- Oral presentation
- Open Access
Investigating the effect of electrical brain stimulation using a connectome-based brain network model
© Kunze et al. 2015
- Published: 4 December 2015
- Brain Stimulation
- Functional Network
- Finite Element Method Model
- Transcranial Direct Current Stimulation
- Cerebral Area
Transcranial direct current stimulation (tDCS) leads to positive effects in neurological and psychiatric diseases, such as depression, pain, or stroke, which outlast the treatment itself. Although numerous influencing stimulation parameters and factors are known, the mechanisms behind tDCS remain unclear. To reveal the mechanisms tDCS started to be considered to affect networks while (de)polarizing parts of the brain. We study here the ability of tDCS as a tool to bias functional networks by affecting the connections given the brain structure.
We used structural data, that is, a human connectome to construct a large-scale brain network model of 74 cerebral areas, each described by a Jansen and Rit model. The model was designed on the basis of the neuroinformatics platform The Virtual Brain to account for reproducibility of the simulations. The tDCS-induced currents on the cerebral areas were calculated using a finite element method model. Based on the dynamical repertoire of an isolated area , we analyzed the brain activity, that is, the spatiotemporal dynamics in terms of rhythms and baseline potentials during rest, during tDCS, and the change between both.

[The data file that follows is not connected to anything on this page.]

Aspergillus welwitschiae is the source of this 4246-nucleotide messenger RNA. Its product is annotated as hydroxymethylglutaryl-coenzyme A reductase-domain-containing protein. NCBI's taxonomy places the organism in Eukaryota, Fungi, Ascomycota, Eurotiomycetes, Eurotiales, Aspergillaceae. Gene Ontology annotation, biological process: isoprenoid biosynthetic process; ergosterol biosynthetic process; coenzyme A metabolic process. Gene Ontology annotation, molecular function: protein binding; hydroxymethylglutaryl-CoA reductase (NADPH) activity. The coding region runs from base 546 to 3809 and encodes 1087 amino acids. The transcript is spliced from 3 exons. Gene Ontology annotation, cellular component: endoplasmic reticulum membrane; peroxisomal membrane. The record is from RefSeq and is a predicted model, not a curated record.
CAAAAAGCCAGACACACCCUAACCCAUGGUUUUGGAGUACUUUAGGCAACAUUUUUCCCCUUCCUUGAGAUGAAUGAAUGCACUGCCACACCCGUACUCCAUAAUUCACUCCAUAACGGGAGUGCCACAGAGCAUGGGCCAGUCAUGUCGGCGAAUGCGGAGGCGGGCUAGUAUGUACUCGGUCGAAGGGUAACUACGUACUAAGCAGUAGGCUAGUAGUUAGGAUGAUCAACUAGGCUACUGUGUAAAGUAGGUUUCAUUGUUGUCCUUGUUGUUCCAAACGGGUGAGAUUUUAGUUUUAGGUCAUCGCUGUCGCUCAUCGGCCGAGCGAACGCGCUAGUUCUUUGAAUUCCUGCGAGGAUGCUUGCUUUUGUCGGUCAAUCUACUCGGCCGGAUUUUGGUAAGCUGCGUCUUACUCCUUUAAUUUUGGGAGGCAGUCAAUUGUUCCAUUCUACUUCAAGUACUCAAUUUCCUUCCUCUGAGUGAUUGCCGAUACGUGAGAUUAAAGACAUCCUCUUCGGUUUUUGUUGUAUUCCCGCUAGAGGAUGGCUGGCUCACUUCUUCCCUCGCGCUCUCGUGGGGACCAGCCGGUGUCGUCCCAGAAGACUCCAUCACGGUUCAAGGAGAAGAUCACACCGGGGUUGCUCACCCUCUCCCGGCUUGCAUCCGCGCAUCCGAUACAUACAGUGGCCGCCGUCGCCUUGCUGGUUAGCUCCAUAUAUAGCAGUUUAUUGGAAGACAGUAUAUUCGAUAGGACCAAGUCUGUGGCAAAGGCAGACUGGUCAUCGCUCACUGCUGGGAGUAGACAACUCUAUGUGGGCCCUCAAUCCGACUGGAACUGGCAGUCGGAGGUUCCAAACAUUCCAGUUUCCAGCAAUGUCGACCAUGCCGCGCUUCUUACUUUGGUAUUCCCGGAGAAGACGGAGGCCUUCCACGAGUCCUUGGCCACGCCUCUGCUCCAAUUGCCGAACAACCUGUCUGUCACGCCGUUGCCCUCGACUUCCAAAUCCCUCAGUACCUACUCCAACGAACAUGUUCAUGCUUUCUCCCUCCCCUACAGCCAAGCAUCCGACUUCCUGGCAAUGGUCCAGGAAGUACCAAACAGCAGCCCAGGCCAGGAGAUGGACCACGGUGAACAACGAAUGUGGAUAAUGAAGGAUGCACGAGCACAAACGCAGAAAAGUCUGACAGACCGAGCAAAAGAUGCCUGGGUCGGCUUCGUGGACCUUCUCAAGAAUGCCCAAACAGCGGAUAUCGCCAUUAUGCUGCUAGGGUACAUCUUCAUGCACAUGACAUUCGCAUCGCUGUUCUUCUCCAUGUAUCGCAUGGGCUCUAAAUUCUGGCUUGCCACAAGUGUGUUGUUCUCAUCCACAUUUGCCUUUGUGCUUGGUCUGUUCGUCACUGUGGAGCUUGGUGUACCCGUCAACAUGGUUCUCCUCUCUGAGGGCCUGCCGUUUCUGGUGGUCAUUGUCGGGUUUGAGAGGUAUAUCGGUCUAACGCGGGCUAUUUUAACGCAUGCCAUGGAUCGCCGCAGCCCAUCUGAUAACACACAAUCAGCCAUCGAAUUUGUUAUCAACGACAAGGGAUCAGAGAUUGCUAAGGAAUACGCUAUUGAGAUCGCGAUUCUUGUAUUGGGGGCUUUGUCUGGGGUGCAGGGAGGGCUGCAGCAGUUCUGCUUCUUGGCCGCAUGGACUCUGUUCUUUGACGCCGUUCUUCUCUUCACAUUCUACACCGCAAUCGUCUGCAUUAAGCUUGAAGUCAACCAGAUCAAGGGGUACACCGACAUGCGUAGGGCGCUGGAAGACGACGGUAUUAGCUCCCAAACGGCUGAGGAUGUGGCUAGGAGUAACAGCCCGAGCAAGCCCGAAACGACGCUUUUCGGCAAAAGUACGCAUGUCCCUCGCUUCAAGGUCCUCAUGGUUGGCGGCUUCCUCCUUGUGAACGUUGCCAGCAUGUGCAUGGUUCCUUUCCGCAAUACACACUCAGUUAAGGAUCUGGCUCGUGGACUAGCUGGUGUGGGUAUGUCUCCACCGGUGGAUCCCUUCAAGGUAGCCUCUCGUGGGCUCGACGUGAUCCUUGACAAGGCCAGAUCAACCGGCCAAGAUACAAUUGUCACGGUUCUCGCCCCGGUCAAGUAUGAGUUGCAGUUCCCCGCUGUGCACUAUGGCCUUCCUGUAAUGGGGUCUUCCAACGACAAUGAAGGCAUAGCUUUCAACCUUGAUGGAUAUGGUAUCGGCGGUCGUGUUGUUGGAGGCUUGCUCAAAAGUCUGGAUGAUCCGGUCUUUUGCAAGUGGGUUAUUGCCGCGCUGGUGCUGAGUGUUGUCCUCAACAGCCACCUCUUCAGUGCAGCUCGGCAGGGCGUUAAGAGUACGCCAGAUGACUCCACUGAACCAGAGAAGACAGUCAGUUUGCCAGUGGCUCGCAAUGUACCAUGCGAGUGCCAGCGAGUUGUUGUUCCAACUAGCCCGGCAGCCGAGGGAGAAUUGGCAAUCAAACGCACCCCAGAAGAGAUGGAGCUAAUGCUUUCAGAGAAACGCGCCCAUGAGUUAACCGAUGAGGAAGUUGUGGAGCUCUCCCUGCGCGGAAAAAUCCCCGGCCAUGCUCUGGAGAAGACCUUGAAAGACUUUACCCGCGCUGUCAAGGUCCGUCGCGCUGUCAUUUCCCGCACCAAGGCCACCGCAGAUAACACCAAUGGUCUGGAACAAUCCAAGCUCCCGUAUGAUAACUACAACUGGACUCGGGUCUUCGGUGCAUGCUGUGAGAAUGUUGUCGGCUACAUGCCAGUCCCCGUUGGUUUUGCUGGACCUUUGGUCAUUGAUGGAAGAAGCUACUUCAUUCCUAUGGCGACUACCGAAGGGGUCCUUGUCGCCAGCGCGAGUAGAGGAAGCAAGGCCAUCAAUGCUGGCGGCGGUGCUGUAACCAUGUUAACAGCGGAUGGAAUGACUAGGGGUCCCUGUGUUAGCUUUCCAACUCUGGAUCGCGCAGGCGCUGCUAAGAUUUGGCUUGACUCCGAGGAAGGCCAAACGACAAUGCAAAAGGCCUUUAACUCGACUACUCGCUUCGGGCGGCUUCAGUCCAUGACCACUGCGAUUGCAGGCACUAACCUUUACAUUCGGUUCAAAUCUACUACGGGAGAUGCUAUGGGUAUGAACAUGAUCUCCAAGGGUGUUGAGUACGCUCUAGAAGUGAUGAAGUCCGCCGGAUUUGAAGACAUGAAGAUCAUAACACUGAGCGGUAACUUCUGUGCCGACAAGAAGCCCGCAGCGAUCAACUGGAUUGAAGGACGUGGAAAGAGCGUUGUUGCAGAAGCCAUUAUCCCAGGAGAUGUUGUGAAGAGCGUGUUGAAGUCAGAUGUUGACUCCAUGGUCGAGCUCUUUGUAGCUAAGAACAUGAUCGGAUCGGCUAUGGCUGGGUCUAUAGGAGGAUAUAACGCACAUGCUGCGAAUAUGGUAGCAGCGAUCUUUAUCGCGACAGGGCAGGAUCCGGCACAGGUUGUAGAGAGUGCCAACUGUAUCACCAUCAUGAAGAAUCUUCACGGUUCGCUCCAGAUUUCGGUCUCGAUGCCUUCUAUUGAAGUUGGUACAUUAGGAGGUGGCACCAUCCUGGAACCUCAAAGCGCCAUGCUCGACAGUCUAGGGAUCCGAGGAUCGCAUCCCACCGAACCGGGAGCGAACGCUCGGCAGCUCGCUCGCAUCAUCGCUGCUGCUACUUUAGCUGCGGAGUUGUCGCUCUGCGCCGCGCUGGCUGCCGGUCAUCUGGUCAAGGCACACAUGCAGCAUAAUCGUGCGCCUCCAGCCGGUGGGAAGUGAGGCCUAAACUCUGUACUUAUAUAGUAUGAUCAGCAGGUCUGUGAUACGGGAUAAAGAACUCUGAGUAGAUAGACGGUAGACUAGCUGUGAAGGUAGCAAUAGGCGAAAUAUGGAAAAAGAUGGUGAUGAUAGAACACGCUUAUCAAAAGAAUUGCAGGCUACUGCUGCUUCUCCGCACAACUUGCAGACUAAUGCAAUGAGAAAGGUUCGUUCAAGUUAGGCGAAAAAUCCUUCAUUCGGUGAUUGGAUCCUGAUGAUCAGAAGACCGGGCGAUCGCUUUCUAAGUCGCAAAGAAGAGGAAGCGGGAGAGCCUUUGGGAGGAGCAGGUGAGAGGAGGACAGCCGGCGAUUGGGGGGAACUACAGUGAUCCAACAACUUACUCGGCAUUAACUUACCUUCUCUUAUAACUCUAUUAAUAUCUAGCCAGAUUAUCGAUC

This study supports the notion that noninvasive brain stimulation is able to bias brain dynamics by affecting the competitive interplay of functional subnetworks. Our work constitutes a basis for further modeling studies to test target-oriented manipulation of functional networks (e.g. through adapted electrode montages) to improve pertinent treatment conditions. Furthermore, our approach emphasizes the role of structural data such as the network topology in emerging dynamics. Dynamics cannot necessarily be predicted from the structure but we found the structure especially important at transitions of network states.
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